RUS | ENG

Supported by:

Siberian developer tests artificial intelligence for medical use

A clinic in Siberia’s Novosibirsk is launching a series of tests for a new system called iMedica, designed to help physicians make decisions.

Dec 27, 2014
A clinic in Siberia’s Novosibirsk is launching a series of tests for a new system called iMedica, designed to help physicians make decisions. This is said to be Russia’s first and the world’s second project that uses artificial intelligence in medicine.

The system comprises data on diseases and accompanying symptoms, based on which it is said to be able to generate a list of most likely diagnoses, drawing upon information from a reported 22 million scientific articles on medical issues, and also upon clinical practice. The system also contains reference information that is expected to help a physician choose tests and therapies for a specific patient.

iMedica doesn’t require that a long list of a patient’s personal data be entered; indicating one’s sex, age, complaints, checkup results, risk factors from patient's medical history, and lab test and analysis results is enough. When necessary, the system initiates a dialog with a user physician to recommend that the doctor get from his patient answers to some additional questions.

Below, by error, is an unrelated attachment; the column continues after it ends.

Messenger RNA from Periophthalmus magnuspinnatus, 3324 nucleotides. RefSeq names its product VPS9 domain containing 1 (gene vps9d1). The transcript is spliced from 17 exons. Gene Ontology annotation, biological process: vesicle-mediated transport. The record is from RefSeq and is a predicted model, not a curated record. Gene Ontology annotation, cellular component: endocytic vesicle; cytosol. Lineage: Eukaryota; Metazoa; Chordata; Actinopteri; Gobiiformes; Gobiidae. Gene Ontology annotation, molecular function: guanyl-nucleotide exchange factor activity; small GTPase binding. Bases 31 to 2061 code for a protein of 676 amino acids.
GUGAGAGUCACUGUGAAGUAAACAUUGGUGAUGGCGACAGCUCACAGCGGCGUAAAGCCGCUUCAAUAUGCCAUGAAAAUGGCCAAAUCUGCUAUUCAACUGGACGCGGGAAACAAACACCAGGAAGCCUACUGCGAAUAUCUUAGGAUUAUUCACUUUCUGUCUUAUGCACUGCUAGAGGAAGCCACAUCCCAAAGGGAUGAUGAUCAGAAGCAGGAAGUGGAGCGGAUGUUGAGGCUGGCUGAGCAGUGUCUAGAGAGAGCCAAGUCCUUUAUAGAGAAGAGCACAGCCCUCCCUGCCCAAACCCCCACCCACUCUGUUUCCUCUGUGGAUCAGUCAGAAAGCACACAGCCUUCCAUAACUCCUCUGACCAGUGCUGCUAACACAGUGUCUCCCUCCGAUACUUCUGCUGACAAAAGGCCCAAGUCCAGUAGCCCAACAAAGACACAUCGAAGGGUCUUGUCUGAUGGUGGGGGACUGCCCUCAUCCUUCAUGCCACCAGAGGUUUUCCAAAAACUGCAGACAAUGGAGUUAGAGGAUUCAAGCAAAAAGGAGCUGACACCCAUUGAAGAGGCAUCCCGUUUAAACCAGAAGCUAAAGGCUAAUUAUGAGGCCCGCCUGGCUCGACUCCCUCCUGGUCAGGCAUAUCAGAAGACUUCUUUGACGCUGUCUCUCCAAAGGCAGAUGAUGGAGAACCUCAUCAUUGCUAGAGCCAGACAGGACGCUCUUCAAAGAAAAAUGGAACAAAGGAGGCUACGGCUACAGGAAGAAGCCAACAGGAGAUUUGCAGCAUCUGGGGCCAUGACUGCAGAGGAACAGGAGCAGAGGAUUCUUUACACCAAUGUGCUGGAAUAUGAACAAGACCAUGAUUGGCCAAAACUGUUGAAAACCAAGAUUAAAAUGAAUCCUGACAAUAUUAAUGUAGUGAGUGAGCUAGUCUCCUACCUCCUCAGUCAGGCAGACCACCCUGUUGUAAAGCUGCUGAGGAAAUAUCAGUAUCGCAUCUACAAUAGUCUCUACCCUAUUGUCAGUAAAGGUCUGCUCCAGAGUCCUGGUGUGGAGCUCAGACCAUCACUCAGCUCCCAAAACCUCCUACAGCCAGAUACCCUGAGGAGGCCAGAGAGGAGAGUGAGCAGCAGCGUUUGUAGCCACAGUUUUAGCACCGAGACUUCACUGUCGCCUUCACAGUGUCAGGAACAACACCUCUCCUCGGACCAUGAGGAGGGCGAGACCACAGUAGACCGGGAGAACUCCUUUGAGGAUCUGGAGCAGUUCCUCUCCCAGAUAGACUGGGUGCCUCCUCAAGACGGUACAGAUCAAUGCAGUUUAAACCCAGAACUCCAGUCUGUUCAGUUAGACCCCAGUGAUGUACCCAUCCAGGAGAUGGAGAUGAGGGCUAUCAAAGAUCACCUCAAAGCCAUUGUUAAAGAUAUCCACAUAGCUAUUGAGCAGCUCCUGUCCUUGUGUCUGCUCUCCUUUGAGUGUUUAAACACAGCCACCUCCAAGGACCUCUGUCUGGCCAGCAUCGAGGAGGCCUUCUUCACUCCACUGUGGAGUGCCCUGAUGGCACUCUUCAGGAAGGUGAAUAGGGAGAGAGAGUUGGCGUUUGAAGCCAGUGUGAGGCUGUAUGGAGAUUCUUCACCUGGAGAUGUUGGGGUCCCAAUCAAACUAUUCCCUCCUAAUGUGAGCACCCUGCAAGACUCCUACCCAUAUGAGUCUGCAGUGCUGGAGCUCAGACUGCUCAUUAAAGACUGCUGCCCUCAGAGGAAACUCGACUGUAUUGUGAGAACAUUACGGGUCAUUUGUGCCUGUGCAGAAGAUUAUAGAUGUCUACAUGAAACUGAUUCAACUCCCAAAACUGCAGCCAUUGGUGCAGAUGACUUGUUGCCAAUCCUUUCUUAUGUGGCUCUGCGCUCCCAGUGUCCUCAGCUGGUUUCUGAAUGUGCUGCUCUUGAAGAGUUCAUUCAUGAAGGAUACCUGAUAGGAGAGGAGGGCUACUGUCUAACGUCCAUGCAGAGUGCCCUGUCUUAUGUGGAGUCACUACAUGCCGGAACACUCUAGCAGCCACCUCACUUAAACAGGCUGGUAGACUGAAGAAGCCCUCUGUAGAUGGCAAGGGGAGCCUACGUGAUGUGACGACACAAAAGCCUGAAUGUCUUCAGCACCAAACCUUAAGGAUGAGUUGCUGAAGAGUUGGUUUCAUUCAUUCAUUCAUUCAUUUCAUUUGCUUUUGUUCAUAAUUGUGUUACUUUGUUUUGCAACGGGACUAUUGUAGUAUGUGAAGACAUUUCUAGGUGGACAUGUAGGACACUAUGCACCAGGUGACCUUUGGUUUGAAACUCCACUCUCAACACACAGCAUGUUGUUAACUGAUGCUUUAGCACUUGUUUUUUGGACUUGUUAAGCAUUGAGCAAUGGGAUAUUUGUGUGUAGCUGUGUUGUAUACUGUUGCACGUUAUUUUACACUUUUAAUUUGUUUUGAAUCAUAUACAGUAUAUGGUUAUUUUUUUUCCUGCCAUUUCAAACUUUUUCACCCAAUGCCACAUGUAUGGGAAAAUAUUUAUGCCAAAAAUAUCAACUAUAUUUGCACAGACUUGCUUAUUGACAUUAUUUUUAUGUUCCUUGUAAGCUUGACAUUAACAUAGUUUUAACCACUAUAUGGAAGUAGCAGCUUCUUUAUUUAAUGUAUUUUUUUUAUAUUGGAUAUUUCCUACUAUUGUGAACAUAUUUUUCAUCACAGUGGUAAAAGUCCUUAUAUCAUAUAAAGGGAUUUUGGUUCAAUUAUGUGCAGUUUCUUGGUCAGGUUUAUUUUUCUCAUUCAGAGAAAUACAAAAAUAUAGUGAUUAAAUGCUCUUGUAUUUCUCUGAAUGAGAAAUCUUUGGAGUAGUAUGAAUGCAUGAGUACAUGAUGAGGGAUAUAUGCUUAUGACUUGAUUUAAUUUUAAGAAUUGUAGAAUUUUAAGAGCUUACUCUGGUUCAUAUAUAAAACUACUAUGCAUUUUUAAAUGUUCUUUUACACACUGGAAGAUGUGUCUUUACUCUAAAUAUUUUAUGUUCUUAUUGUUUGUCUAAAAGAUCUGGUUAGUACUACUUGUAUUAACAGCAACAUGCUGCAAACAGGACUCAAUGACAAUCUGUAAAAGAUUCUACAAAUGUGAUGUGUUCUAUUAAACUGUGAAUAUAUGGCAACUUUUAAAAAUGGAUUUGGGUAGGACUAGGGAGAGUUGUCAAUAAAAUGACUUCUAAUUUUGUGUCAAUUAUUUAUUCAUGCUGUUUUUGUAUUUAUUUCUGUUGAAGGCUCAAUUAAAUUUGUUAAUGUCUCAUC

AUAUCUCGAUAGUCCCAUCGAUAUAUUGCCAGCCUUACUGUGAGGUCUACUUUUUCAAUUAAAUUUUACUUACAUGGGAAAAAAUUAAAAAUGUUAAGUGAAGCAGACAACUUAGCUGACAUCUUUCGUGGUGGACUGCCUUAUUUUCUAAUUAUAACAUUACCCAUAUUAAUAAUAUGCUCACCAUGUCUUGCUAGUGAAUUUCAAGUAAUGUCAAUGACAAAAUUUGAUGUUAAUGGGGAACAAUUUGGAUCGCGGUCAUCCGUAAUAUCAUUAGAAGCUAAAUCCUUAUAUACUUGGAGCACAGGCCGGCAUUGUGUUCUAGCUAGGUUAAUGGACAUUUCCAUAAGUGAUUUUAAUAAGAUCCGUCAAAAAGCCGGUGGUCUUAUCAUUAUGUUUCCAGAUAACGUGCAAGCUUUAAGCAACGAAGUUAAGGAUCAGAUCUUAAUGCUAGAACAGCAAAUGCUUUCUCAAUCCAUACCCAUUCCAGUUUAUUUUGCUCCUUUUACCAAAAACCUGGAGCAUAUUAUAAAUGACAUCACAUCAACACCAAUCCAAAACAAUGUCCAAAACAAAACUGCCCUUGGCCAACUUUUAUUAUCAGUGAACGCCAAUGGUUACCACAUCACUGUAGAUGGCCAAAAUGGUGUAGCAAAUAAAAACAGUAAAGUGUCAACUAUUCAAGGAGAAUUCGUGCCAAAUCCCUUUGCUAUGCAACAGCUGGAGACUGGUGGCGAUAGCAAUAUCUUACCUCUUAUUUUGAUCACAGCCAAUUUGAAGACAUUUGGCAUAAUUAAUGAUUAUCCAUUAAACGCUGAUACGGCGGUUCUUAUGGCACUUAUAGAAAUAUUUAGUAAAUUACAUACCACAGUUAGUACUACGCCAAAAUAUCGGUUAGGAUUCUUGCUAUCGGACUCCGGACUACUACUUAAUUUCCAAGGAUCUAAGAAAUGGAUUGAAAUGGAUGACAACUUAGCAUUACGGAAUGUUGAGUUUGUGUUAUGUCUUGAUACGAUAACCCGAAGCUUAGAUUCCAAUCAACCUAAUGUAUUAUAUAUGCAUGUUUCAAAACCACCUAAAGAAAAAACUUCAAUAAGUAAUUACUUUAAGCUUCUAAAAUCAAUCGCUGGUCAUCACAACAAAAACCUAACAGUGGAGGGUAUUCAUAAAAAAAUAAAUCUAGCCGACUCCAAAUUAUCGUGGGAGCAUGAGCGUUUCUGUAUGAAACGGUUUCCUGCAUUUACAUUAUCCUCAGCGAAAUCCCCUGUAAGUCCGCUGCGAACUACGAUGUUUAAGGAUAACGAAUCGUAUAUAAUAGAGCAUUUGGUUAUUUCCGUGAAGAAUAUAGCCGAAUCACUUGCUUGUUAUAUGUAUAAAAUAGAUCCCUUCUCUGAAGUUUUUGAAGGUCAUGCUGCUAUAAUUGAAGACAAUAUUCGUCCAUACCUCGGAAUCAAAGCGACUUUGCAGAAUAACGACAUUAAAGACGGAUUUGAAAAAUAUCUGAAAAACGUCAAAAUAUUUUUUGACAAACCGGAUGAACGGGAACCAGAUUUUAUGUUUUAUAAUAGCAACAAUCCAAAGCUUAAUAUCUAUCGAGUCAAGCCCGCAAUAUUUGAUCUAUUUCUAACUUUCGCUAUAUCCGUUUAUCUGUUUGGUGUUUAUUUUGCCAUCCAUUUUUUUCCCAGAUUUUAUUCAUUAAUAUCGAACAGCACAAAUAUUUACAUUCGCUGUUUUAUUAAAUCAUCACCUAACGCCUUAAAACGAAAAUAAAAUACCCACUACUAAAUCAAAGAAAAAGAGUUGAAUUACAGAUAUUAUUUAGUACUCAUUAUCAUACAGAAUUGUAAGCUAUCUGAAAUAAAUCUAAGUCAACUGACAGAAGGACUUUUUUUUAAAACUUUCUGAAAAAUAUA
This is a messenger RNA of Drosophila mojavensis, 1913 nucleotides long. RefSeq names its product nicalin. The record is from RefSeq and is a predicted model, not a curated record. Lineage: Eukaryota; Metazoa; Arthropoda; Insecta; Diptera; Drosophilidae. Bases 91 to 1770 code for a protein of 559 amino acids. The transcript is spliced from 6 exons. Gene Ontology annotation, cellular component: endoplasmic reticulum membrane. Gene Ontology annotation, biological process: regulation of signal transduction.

It is expected that the new service will make diagnosing faster and more accurate as it takes into account global medical statistics. Its database is said to be self-learning, and will allow the entry of clinical experience gained in a specific medical facility.

In fact, the system impersonates the work of a physician at a patient’s first visit. The iMedica developers are reported to have come up with algorithms for diagnosing 245 diseases by analyzing 2,000 symptoms. They hope to complete the initial phase of testing by the end of this year and extend the list of diseases to 3,500 and that of symptoms to something between 5,000 and 6,000. The Siberians are currently developing versions for general practitioners, psychiatrists, infectious disease specialists, and ambulance teams.